“And a leper came to him, imploring him, and kneeling said to him, “If you will, you can make me clean.” Moved with pity, he stretched out his hand and touched him and said to him, “I will; be clean.” And immediately the leprosy left him, and he was made clean.” (Mark 1:40–42, ESV)
We normally think that it is people or animals—things that breathe and are alive—that can obey or disobey. Jesus is not constrained by our thinking. He lived and spoke and acted as if even inanimate things, like wind and waves, could and ought to obey his word. This is inconceivable.
In this passage from the first chapter of Mark we have a man with leprosy. We are not sure if this disease was leprosy as we understand leprosy, it could and did apply to a wide variety of nasty skin diseases. We do know, however, that whatever skin disease the man had made him unclean. Everyone avoided lepers for two reasons: they did not want to catch leprosy, and they did not want to become unclean by touching someone with leprosy.
The leper sought out Jesus and it is obvious that the leper believed that Jesus could heal him. “If you will,” he says, “you can make me clean.” It was not Jesus’ ability that was a question in the mind of the leper, it was whether or not Jesus wanted to heal him.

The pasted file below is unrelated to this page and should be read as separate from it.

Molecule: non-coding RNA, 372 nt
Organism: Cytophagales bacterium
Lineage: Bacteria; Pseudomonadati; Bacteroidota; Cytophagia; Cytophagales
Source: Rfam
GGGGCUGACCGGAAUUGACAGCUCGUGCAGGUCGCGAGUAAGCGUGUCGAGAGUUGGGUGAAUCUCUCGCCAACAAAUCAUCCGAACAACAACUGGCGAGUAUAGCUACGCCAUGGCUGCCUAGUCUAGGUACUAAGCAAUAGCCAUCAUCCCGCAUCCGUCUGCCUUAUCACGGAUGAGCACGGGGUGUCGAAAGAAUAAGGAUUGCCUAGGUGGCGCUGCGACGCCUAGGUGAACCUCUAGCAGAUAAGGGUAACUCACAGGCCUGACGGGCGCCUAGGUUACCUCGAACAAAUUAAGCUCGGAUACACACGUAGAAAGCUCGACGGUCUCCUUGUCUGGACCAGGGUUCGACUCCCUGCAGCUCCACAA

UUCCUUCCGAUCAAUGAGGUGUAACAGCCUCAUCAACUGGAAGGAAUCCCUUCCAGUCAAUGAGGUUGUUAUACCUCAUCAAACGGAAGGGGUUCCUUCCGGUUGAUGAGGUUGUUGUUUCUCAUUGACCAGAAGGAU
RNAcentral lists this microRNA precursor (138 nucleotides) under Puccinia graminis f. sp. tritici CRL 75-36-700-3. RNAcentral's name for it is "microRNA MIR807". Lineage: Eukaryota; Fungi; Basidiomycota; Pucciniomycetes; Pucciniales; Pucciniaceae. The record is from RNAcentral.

The leper was desperate, as any of us would be in the same situation. There was no cure for leprosy as such, and for this man it was in all likelihood a life sentence of shame and banishment from close connection with his community. The leper is a beautiful example of dependence and need. He was helpless to heal himself and he no doubt hears that a Great Healer has appeared and naturally he must go to see this Man.
Surely this leper is a picture of all of us apart from Christ. We are unclean and marred and marked by the ravages of sin in our lives—no matter how healthy we may appear outwardly—we need something and in our quiet moments when we allow ourselves to think, we know we need something. It is need and desperation that drive us to Jesus, just like this leper.
The healing scene is remarkable. Jesus touches the leper—which should have made Jesus ceremonially unclean—and says “I will; be clean.” Instead of being made unclean by touching the leper, Jesus’ touch makes the leper clean.
“And immediately the leprosy left him.” Here is something extraordinary, the leprosy obeys Jesus. When Jesus speaks the words “be clean,” there is nothing for the leprosy to do but leave the man completely and permanently. This terrible disease exists only so far and in such manner as Jesus allows it to exist. It is subject to his overarching sovereignty. He speaks; it obeys, just like every other created thing in the universe.